GDV & Emergency Surgery

So lets start with this presenting case…

So what are the typical signalments of GDV

So how do they present?

http://twitter.com/Seh_Fid/status/467018927005249536

So now we know how they present, we need to make a decision what to do

Yep its a true emergency, cancel your plans & get thinking what your going to do!

So we need to give fluids to the dog, what are we going to do?

http://twitter.com/Seh_Fid/status/467020515698573313

The recommended protocol for stabalizing GDV’s is 2 large bore catheters into the cephalic veins & start aggressive IVFT with hartmanns. Re-assess CVS status in 15-20 mins..
Dogs can also be pretty painful so analgesia is recommended and an opiod (methadone or fentanyl), we also recommend putting an ECG on the dog- they can get dysrhythmias and its best to be able to monitor these.
So now the dog is more stable we go for X-ray

http://twitter.com/Seh_Fid/status/467021971776368641

So not your typical GDV presentation, there is some gas in the abdomen ‘pneumoperitoneum’

http://twitter.com/Seh_Fid/status/467023265878523904

So the gas in the abdomen is bad news, it suggests a leakage or rupture somewhere so the surgical success rate is greatly reduced!

http://twitter.com/Seh_Fid/status/467024003459461120

So we need to advice the owners that the prognosis is worse now we have a rupture, compared to a standard GDV
So we decide the dog needs surgery, but we need to do a few things first.
The stomach needs to be decompressed- we use a orogastric tube which can be well tolerated under sedation (those opiods we gave earlier & possibly some diazepam which isn’t much of a CVS depressant) if you can’t pass the stomach tube you can do percutaneous decompression.
Such as in this case, a suspected rupture ab’s are certauinly recommended peri & post-operatively &  cefuxorime or amoxiclav IV are both used routinely.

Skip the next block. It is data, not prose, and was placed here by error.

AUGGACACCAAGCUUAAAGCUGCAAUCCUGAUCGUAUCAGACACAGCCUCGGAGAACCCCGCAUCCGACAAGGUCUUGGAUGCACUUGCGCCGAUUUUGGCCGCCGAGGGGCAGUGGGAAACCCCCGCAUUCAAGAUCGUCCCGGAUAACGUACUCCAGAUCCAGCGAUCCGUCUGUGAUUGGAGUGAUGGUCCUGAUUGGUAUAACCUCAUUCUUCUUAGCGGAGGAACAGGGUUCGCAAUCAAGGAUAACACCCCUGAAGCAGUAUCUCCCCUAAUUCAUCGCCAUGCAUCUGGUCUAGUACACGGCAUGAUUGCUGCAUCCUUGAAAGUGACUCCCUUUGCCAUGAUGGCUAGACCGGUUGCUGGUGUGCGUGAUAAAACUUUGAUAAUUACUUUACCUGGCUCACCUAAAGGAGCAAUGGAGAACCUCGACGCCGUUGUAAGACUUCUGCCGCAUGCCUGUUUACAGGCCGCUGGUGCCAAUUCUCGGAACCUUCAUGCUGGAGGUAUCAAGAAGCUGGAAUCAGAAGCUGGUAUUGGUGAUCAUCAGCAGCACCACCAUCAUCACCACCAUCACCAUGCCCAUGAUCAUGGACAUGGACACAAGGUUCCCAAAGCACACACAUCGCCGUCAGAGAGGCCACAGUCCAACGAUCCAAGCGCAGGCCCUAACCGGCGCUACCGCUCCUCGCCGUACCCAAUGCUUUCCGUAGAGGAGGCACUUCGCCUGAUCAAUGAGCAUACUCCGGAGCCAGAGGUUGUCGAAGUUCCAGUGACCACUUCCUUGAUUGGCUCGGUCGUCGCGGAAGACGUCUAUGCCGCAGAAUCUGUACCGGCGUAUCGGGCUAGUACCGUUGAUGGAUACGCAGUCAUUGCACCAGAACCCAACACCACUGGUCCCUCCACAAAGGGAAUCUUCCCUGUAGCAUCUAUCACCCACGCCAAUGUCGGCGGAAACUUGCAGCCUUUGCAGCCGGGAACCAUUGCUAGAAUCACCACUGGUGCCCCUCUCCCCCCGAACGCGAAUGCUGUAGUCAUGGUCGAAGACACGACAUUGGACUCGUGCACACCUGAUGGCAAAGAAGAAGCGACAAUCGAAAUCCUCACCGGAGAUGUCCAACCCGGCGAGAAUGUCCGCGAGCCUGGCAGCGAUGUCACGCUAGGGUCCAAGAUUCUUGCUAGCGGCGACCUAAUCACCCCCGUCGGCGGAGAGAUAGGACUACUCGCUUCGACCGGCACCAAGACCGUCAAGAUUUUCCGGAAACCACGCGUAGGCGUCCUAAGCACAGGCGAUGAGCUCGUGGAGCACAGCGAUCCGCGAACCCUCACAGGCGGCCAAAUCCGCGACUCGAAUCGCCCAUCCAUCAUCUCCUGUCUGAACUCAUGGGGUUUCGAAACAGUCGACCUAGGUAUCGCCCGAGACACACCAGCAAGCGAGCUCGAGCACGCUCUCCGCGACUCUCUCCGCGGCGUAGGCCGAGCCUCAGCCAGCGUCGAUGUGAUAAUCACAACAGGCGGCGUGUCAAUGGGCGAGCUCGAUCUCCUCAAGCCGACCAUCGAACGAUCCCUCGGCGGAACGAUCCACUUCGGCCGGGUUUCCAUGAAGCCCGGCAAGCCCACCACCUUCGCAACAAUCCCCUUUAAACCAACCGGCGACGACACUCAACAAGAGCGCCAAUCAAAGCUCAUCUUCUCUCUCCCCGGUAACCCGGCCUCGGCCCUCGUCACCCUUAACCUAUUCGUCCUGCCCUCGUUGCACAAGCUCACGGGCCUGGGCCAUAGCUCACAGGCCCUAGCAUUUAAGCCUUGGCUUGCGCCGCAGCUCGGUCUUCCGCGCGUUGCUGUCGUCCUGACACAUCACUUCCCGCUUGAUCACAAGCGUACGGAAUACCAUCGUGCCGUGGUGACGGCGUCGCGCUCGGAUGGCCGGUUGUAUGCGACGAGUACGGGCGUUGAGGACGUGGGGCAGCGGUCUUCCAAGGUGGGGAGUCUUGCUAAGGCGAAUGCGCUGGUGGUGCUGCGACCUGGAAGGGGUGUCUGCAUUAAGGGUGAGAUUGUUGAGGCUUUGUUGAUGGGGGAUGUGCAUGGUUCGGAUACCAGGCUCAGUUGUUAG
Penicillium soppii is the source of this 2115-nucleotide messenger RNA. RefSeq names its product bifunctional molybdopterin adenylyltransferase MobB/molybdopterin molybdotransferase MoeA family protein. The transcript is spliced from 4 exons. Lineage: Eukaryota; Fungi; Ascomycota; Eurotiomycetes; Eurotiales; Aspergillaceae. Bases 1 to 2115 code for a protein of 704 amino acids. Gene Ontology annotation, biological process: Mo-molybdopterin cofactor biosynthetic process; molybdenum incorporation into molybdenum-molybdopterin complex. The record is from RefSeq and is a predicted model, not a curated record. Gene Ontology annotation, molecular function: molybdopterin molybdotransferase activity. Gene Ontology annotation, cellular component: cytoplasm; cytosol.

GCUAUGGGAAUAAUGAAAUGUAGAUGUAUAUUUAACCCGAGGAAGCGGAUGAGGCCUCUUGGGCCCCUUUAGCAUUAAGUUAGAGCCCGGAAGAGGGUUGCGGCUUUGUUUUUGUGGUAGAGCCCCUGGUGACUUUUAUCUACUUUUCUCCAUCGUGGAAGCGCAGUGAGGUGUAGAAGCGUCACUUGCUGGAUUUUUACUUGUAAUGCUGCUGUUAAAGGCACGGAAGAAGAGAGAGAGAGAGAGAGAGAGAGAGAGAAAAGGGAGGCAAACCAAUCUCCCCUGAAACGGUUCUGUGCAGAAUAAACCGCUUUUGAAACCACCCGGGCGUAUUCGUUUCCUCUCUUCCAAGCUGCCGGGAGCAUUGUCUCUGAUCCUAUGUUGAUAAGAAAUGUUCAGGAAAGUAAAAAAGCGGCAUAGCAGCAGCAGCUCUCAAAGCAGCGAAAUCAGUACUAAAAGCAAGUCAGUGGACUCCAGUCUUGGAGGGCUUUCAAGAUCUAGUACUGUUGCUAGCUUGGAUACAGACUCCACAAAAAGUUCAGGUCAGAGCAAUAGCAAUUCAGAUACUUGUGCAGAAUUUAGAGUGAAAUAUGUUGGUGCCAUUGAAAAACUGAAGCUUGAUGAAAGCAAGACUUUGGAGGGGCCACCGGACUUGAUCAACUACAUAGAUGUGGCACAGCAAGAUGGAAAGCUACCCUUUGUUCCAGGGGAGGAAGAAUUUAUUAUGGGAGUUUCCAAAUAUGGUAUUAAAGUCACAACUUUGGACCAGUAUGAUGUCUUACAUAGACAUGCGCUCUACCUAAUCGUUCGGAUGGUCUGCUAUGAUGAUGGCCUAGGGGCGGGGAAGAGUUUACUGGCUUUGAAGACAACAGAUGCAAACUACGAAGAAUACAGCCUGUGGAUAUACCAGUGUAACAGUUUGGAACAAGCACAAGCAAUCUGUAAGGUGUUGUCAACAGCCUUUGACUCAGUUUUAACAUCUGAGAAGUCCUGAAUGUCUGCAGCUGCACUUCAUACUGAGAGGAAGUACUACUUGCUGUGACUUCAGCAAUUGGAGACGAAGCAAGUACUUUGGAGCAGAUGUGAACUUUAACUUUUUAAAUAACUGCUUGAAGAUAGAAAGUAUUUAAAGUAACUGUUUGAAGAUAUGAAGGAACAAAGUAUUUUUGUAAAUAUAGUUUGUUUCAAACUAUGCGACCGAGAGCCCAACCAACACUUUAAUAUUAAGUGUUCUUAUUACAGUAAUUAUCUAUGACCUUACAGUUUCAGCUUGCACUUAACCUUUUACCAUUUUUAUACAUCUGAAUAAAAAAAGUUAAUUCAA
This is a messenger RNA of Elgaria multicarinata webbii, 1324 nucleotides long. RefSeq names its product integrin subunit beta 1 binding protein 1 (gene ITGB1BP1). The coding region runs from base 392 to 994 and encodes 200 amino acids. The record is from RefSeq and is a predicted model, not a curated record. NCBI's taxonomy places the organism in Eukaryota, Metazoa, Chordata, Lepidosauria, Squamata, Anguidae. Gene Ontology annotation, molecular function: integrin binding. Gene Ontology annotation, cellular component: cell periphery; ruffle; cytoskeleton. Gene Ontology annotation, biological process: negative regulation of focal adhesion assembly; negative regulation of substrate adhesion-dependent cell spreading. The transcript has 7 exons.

So we were all a bit uncertain what seeing the omentum meant, but this basically means that its likely a clockwise rotation.

So what else would we want to look at In the abdomen?

So we need to check the stomach is viable & whether there is any necrosis present- the picture below shows the most likely position of necrosis occurring.

So what if the stomach is necrotic?

So we can cut it out if needed, but if there is a large amount of necrosis especially around the cardia & oesophageal spinchter this suggests a poor prognosis!

So once we have removed the necrotic tissue, what pattern will we use to close?

So have faith in your sutures and a simple continuous should be fine!
After checking the stomach what else should we check…

So if we can’t feel a pulse? Its not good news- a total splenectomy needs to be performed!
But don’t get too carried away now you’ve done all the hard work, remember what else you need to do

We need to perform a gastropexy to prevent a recurrence of the GDV, and some people even recommend doing these prophylactically at neutering in deep chested breeds.

So we need to pexy the stomach, and the pylorus the most mobile part of the stomach is the bit you pexy, to the right body wall. Fixing to the left there is still a chance of getting a GDV occurring again!
And what type of pexy is personal preference, but here is an example of an incisional gastropexy.
You can also undertake belt loop, circumcostal & tube.

Once you’ve finished the surgery you need to lavage the abdomen with warm saline.

Well done to everyone involved, you’ll be pleased to hear the dog lived!

Here are some good in practice articles on GDV’s which have helped me write up the case hope they help!
 http://inpractice.bmj.com/content/31/2/66.full.pdf+html?sid=8edb0429-f9a2-40f0-a11e-1001e780bc4d 

 http://inpractice.bmj.com/content/31/3/114.full.pdf+html?sid=8edb0429-f9a2-40f0-a11e-1001e780bc4d